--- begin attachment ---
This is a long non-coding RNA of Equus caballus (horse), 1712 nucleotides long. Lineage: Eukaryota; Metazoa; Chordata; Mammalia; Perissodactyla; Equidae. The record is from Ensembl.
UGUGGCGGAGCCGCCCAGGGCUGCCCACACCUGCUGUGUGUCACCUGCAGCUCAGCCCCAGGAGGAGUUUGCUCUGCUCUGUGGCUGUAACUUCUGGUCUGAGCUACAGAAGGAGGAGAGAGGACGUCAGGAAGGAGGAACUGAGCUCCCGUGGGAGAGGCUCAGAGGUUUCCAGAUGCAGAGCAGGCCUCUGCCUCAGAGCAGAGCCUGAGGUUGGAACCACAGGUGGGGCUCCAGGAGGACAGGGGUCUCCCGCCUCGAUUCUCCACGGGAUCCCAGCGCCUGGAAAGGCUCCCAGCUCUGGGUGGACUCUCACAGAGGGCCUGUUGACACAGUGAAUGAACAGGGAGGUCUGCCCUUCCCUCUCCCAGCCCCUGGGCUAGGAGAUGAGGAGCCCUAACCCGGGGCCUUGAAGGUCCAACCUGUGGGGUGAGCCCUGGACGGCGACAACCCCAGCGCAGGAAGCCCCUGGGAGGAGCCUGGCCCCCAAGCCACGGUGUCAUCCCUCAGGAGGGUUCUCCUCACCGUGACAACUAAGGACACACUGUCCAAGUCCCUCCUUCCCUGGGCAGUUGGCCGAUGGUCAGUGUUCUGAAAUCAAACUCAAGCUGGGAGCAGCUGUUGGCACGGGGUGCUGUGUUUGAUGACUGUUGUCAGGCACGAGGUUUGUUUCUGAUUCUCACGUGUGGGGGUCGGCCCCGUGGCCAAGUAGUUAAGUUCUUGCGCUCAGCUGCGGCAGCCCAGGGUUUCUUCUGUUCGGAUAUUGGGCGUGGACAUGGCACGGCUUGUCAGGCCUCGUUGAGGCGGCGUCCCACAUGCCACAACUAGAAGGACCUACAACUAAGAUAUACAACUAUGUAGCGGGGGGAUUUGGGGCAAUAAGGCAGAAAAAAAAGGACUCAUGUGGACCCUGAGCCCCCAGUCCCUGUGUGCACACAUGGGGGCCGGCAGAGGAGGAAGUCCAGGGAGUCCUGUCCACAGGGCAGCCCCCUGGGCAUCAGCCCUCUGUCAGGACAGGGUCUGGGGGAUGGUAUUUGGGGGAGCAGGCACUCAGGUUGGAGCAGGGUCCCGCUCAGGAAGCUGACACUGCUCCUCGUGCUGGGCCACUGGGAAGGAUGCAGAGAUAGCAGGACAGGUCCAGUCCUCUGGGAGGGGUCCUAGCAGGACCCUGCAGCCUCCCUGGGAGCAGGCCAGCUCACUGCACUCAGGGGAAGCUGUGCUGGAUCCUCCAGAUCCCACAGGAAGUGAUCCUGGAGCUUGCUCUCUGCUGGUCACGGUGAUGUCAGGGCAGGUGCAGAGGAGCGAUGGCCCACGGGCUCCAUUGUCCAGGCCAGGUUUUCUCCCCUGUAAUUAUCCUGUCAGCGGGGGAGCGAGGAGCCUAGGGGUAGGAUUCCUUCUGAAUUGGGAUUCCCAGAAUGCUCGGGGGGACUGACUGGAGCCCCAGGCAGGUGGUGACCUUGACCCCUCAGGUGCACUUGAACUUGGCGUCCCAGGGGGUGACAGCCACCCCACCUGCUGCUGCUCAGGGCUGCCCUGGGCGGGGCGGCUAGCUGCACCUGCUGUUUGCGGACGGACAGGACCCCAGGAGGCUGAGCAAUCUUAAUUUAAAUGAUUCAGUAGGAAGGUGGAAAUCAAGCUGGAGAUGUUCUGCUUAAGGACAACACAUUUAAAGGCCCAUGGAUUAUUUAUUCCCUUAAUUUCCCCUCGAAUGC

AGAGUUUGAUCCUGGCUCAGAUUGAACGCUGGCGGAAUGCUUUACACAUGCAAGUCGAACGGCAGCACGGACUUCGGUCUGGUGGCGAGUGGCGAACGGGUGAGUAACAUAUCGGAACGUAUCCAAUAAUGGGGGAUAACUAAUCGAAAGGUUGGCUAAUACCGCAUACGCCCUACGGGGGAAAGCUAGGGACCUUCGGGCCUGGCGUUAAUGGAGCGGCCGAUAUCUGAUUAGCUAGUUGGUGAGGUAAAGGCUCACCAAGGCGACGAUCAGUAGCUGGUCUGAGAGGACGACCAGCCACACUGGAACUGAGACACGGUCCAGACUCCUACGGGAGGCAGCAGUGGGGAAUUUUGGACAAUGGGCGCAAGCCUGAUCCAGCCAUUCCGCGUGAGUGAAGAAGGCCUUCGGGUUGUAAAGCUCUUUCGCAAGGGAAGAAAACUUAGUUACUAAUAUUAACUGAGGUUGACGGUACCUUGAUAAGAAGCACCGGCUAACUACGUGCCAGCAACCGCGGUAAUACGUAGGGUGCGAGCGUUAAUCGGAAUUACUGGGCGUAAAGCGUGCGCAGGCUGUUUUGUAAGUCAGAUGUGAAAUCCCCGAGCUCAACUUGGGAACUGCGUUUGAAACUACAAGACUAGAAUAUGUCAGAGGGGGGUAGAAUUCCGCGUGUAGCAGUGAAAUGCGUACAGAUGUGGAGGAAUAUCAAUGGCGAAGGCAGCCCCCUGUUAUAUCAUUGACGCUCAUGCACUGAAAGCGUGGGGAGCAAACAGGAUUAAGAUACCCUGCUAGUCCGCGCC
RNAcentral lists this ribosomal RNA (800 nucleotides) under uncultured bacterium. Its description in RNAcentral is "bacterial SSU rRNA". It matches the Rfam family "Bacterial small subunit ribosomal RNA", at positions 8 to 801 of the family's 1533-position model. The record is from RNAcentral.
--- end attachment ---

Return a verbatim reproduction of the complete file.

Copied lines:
This is a long non-coding RNA of Equus caballus (horse), 1712 nucleotides long. Lineage: Eukaryota; Metazoa; Chordata; Mammalia; Perissodactyla; Equidae. The record is from Ensembl.
UGUGGCGGAGCCGCCCAGGGCUGCCCACACCUGCUGUGUGUCACCUGCAGCUCAGCCCCAGGAGGAGUUUGCUCUGCUCUGUGGCUGUAACUUCUGGUCUGAGCUACAGAAGGAGGAGAGAGGACGUCAGGAAGGAGGAACUGAGCUCCCGUGGGAGAGGCUCAGAGGUUUCCAGAUGCAGAGCAGGCCUCUGCCUCAGAGCAGAGCCUGAGGUUGGAACCACAGGUGGGGCUCCAGGAGGACAGGGGUCUCCCGCCUCGAUUCUCCACGGGAUCCCAGCGCCUGGAAAGGCUCCCAGCUCUGGGUGGACUCUCACAGAGGGCCUGUUGACACAGUGAAUGAACAGGGAGGUCUGCCCUUCCCUCUCCCAGCCCCUGGGCUAGGAGAUGAGGAGCCCUAACCCGGGGCCUUGAAGGUCCAACCUGUGGGGUGAGCCCUGGACGGCGACAACCCCAGCGCAGGAAGCCCCUGGGAGGAGCCUGGCCCCCAAGCCACGGUGUCAUCCCUCAGGAGGGUUCUCCUCACCGUGACAACUAAGGACACACUGUCCAAGUCCCUCCUUCCCUGGGCAGUUGGCCGAUGGUCAGUGUUCUGAAAUCAAACUCAAGCUGGGAGCAGCUGUUGGCACGGGGUGCUGUGUUUGAUGACUGUUGUCAGGCACGAGGUUUGUUUCUGAUUCUCACGUGUGGGGGUCGGCCCCGUGGCCAAGUAGUUAAGUUCUUGCGCUCAGCUGCGGCAGCCCAGGGUUUCUUCUGUUCGGAUAUUGGGCGUGGACAUGGCACGGCUUGUCAGGCCUCGUUGAGGCGGCGUCCCACAUGCCACAACUAGAAGGACCUACAACUAAGAUAUACAACUAUGUAGCGGGGGGAUUUGGGGCAAUAAGGCAGAAAAAAAAGGACUCAUGUGGACCCUGAGCCCCCAGUCCCUGUGUGCACACAUGGGGGCCGGCAGAGGAGGAAGUCCAGGGAGUCCUGUCCACAGGGCAGCCCCCUGGGCAUCAGCCCUCUGUCAGGACAGGGUCUGGGGGAUGGUAUUUGGGGGAGCAGGCACUCAGGUUGGAGCAGGGUCCCGCUCAGGAAGCUGACACUGCUCCUCGUGCUGGGCCACUGGGAAGGAUGCAGAGAUAGCAGGACAGGUCCAGUCCUCUGGGAGGGGUCCUAGCAGGACCCUGCAGCCUCCCUGGGAGCAGGCCAGCUCACUGCACUCAGGGGAAGCUGUGCUGGAUCCUCCAGAUCCCACAGGAAGUGAUCCUGGAGCUUGCUCUCUGCUGGUCACGGUGAUGUCAGGGCAGGUGCAGAGGAGCGAUGGCCCACGGGCUCCAUUGUCCAGGCCAGGUUUUCUCCCCUGUAAUUAUCCUGUCAGCGGGGGAGCGAGGAGCCUAGGGGUAGGAUUCCUUCUGAAUUGGGAUUCCCAGAAUGCUCGGGGGGACUGACUGGAGCCCCAGGCAGGUGGUGACCUUGACCCCUCAGGUGCACUUGAACUUGGCGUCCCAGGGGGUGACAGCCACCCCACCUGCUGCUGCUCAGGGCUGCCCUGGGCGGGGCGGCUAGCUGCACCUGCUGUUUGCGGACGGACAGGACCCCAGGAGGCUGAGCAAUCUUAAUUUAAAUGAUUCAGUAGGAAGGUGGAAAUCAAGCUGGAGAUGUUCUGCUUAAGGACAACACAUUUAAAGGCCCAUGGAUUAUUUAUUCCCUUAAUUUCCCCUCGAAUGC

AGAGUUUGAUCCUGGCUCAGAUUGAACGCUGGCGGAAUGCUUUACACAUGCAAGUCGAACGGCAGCACGGACUUCGGUCUGGUGGCGAGUGGCGAACGGGUGAGUAACAUAUCGGAACGUAUCCAAUAAUGGGGGAUAACUAAUCGAAAGGUUGGCUAAUACCGCAUACGCCCUACGGGGGAAAGCUAGGGACCUUCGGGCCUGGCGUUAAUGGAGCGGCCGAUAUCUGAUUAGCUAGUUGGUGAGGUAAAGGCUCACCAAGGCGACGAUCAGUAGCUGGUCUGAGAGGACGACCAGCCACACUGGAACUGAGACACGGUCCAGACUCCUACGGGAGGCAGCAGUGGGGAAUUUUGGACAAUGGGCGCAAGCCUGAUCCAGCCAUUCCGCGUGAGUGAAGAAGGCCUUCGGGUUGUAAAGCUCUUUCGCAAGGGAAGAAAACUUAGUUACUAAUAUUAACUGAGGUUGACGGUACCUUGAUAAGAAGCACCGGCUAACUACGUGCCAGCAACCGCGGUAAUACGUAGGGUGCGAGCGUUAAUCGGAAUUACUGGGCGUAAAGCGUGCGCAGGCUGUUUUGUAAGUCAGAUGUGAAAUCCCCGAGCUCAACUUGGGAACUGCGUUUGAAACUACAAGACUAGAAUAUGUCAGAGGGGGGUAGAAUUCCGCGUGUAGCAGUGAAAUGCGUACAGAUGUGGAGGAAUAUCAAUGGCGAAGGCAGCCCCCUGUUAUAUCAUUGACGCUCAUGCACUGAAAGCGUGGGGAGCAAACAGGAUUAAGAUACCCUGCUAGUCCGCGCC
RNAcentral lists this ribosomal RNA (800 nucleotides) under uncultured bacterium. Its description in RNAcentral is "bacterial SSU rRNA". It matches the Rfam family "Bacterial small subunit ribosomal RNA", at positions 8 to 801 of the family's 1533-position model. The record is from RNAcentral.